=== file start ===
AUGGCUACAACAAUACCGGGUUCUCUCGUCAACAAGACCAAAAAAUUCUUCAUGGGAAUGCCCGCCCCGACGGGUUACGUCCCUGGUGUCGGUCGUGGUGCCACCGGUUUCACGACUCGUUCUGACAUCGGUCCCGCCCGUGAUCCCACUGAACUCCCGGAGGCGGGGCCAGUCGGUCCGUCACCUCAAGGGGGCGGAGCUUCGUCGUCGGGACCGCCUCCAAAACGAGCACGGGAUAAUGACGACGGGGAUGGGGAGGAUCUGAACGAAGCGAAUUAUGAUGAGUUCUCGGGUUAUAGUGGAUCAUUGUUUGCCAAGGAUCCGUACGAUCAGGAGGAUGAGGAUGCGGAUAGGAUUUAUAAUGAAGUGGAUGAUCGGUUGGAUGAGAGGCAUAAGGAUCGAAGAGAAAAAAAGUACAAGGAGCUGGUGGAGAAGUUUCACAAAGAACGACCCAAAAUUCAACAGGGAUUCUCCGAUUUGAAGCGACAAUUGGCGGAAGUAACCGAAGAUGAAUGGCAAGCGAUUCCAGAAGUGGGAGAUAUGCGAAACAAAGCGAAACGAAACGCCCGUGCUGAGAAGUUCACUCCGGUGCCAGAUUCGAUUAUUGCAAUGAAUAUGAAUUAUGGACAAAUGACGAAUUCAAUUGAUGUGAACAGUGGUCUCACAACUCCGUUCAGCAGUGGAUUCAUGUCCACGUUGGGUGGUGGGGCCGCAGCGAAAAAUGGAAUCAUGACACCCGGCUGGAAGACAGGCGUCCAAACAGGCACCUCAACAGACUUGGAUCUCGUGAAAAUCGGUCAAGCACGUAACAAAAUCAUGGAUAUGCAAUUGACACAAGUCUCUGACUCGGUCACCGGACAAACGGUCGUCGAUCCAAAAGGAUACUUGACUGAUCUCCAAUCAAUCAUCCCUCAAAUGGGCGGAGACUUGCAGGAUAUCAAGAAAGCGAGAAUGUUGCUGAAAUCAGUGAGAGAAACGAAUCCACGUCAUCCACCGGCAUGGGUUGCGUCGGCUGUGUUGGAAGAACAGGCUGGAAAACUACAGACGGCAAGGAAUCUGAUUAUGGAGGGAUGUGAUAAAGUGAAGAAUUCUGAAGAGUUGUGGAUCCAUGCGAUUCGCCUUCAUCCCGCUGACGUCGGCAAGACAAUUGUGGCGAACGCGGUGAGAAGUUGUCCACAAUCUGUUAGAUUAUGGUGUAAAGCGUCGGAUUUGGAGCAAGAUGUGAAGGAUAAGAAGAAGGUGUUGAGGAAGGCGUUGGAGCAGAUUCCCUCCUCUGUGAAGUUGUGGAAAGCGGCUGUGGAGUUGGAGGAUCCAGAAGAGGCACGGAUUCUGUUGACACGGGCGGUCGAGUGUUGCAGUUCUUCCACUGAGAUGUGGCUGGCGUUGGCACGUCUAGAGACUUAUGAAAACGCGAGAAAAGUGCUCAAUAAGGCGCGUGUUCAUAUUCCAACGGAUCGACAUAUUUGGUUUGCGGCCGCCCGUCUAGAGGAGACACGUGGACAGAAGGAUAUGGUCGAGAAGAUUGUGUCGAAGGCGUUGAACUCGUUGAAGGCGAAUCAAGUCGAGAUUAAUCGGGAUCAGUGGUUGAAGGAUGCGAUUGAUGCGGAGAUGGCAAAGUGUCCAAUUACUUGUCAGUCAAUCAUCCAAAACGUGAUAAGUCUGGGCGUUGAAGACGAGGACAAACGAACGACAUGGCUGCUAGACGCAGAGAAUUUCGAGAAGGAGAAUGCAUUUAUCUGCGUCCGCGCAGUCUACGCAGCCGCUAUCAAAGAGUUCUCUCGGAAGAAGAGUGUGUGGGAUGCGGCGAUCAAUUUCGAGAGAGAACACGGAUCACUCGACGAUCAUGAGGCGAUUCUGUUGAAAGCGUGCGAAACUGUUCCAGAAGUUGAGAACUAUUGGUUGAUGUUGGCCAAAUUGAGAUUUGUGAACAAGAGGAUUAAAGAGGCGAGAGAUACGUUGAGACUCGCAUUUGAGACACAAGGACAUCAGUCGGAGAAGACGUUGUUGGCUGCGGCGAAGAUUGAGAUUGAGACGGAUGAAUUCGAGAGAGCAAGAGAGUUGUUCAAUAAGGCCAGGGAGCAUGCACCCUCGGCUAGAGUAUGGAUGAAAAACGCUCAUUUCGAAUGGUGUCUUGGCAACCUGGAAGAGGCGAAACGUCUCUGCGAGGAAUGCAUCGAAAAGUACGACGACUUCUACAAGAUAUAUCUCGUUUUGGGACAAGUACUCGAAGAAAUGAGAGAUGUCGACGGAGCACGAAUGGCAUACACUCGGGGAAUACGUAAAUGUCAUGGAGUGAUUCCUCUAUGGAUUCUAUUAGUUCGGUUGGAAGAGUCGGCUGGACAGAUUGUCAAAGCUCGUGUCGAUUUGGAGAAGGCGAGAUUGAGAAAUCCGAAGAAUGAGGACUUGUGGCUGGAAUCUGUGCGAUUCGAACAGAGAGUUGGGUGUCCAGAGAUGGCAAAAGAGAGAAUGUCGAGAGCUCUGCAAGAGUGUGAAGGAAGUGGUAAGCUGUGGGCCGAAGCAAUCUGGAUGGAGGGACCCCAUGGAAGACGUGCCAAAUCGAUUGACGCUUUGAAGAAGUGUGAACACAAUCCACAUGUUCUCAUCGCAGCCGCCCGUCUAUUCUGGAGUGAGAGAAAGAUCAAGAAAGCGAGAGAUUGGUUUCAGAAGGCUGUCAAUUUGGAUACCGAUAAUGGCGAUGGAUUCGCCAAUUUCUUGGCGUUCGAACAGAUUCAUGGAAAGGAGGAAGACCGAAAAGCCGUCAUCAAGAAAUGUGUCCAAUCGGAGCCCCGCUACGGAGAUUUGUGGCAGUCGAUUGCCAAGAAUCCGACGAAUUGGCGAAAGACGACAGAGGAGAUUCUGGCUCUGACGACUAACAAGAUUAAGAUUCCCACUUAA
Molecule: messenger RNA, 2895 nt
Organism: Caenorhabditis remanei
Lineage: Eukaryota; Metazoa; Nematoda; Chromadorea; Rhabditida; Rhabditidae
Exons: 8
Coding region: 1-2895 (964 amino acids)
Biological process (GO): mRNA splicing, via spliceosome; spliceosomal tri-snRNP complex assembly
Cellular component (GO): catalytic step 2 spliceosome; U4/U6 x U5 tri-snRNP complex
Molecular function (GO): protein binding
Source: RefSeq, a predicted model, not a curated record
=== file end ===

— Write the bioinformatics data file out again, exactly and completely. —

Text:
AUGGCUACAACAAUACCGGGUUCUCUCGUCAACAAGACCAAAAAAUUCUUCAUGGGAAUGCCCGCCCCGACGGGUUACGUCCCUGGUGUCGGUCGUGGUGCCACCGGUUUCACGACUCGUUCUGACAUCGGUCCCGCCCGUGAUCCCACUGAACUCCCGGAGGCGGGGCCAGUCGGUCCGUCACCUCAAGGGGGCGGAGCUUCGUCGUCGGGACCGCCUCCAAAACGAGCACGGGAUAAUGACGACGGGGAUGGGGAGGAUCUGAACGAAGCGAAUUAUGAUGAGUUCUCGGGUUAUAGUGGAUCAUUGUUUGCCAAGGAUCCGUACGAUCAGGAGGAUGAGGAUGCGGAUAGGAUUUAUAAUGAAGUGGAUGAUCGGUUGGAUGAGAGGCAUAAGGAUCGAAGAGAAAAAAAGUACAAGGAGCUGGUGGAGAAGUUUCACAAAGAACGACCCAAAAUUCAACAGGGAUUCUCCGAUUUGAAGCGACAAUUGGCGGAAGUAACCGAAGAUGAAUGGCAAGCGAUUCCAGAAGUGGGAGAUAUGCGAAACAAAGCGAAACGAAACGCCCGUGCUGAGAAGUUCACUCCGGUGCCAGAUUCGAUUAUUGCAAUGAAUAUGAAUUAUGGACAAAUGACGAAUUCAAUUGAUGUGAACAGUGGUCUCACAACUCCGUUCAGCAGUGGAUUCAUGUCCACGUUGGGUGGUGGGGCCGCAGCGAAAAAUGGAAUCAUGACACCCGGCUGGAAGACAGGCGUCCAAACAGGCACCUCAACAGACUUGGAUCUCGUGAAAAUCGGUCAAGCACGUAACAAAAUCAUGGAUAUGCAAUUGACACAAGUCUCUGACUCGGUCACCGGACAAACGGUCGUCGAUCCAAAAGGAUACUUGACUGAUCUCCAAUCAAUCAUCCCUCAAAUGGGCGGAGACUUGCAGGAUAUCAAGAAAGCGAGAAUGUUGCUGAAAUCAGUGAGAGAAACGAAUCCACGUCAUCCACCGGCAUGGGUUGCGUCGGCUGUGUUGGAAGAACAGGCUGGAAAACUACAGACGGCAAGGAAUCUGAUUAUGGAGGGAUGUGAUAAAGUGAAGAAUUCUGAAGAGUUGUGGAUCCAUGCGAUUCGCCUUCAUCCCGCUGACGUCGGCAAGACAAUUGUGGCGAACGCGGUGAGAAGUUGUCCACAAUCUGUUAGAUUAUGGUGUAAAGCGUCGGAUUUGGAGCAAGAUGUGAAGGAUAAGAAGAAGGUGUUGAGGAAGGCGUUGGAGCAGAUUCCCUCCUCUGUGAAGUUGUGGAAAGCGGCUGUGGAGUUGGAGGAUCCAGAAGAGGCACGGAUUCUGUUGACACGGGCGGUCGAGUGUUGCAGUUCUUCCACUGAGAUGUGGCUGGCGUUGGCACGUCUAGAGACUUAUGAAAACGCGAGAAAAGUGCUCAAUAAGGCGCGUGUUCAUAUUCCAACGGAUCGACAUAUUUGGUUUGCGGCCGCCCGUCUAGAGGAGACACGUGGACAGAAGGAUAUGGUCGAGAAGAUUGUGUCGAAGGCGUUGAACUCGUUGAAGGCGAAUCAAGUCGAGAUUAAUCGGGAUCAGUGGUUGAAGGAUGCGAUUGAUGCGGAGAUGGCAAAGUGUCCAAUUACUUGUCAGUCAAUCAUCCAAAACGUGAUAAGUCUGGGCGUUGAAGACGAGGACAAACGAACGACAUGGCUGCUAGACGCAGAGAAUUUCGAGAAGGAGAAUGCAUUUAUCUGCGUCCGCGCAGUCUACGCAGCCGCUAUCAAAGAGUUCUCUCGGAAGAAGAGUGUGUGGGAUGCGGCGAUCAAUUUCGAGAGAGAACACGGAUCACUCGACGAUCAUGAGGCGAUUCUGUUGAAAGCGUGCGAAACUGUUCCAGAAGUUGAGAACUAUUGGUUGAUGUUGGCCAAAUUGAGAUUUGUGAACAAGAGGAUUAAAGAGGCGAGAGAUACGUUGAGACUCGCAUUUGAGACACAAGGACAUCAGUCGGAGAAGACGUUGUUGGCUGCGGCGAAGAUUGAGAUUGAGACGGAUGAAUUCGAGAGAGCAAGAGAGUUGUUCAAUAAGGCCAGGGAGCAUGCACCCUCGGCUAGAGUAUGGAUGAAAAACGCUCAUUUCGAAUGGUGUCUUGGCAACCUGGAAGAGGCGAAACGUCUCUGCGAGGAAUGCAUCGAAAAGUACGACGACUUCUACAAGAUAUAUCUCGUUUUGGGACAAGUACUCGAAGAAAUGAGAGAUGUCGACGGAGCACGAAUGGCAUACACUCGGGGAAUACGUAAAUGUCAUGGAGUGAUUCCUCUAUGGAUUCUAUUAGUUCGGUUGGAAGAGUCGGCUGGACAGAUUGUCAAAGCUCGUGUCGAUUUGGAGAAGGCGAGAUUGAGAAAUCCGAAGAAUGAGGACUUGUGGCUGGAAUCUGUGCGAUUCGAACAGAGAGUUGGGUGUCCAGAGAUGGCAAAAGAGAGAAUGUCGAGAGCUCUGCAAGAGUGUGAAGGAAGUGGUAAGCUGUGGGCCGAAGCAAUCUGGAUGGAGGGACCCCAUGGAAGACGUGCCAAAUCGAUUGACGCUUUGAAGAAGUGUGAACACAAUCCACAUGUUCUCAUCGCAGCCGCCCGUCUAUUCUGGAGUGAGAGAAAGAUCAAGAAAGCGAGAGAUUGGUUUCAGAAGGCUGUCAAUUUGGAUACCGAUAAUGGCGAUGGAUUCGCCAAUUUCUUGGCGUUCGAACAGAUUCAUGGAAAGGAGGAAGACCGAAAAGCCGUCAUCAAGAAAUGUGUCCAAUCGGAGCCCCGCUACGGAGAUUUGUGGCAGUCGAUUGCCAAGAAUCCGACGAAUUGGCGAAAGACGACAGAGGAGAUUCUGGCUCUGACGACUAACAAGAUUAAGAUUCCCACUUAA
Molecule: messenger RNA, 2895 nt
Organism: Caenorhabditis remanei
Lineage: Eukaryota; Metazoa; Nematoda; Chromadorea; Rhabditida; Rhabditidae
Exons: 8
Coding region: 1-2895 (964 amino acids)
Biological process (GO): mRNA splicing, via spliceosome; spliceosomal tri-snRNP complex assembly
Cellular component (GO): catalytic step 2 spliceosome; U4/U6 x U5 tri-snRNP complex
Molecular function (GO): protein binding
Source: RefSeq, a predicted model, not a curated record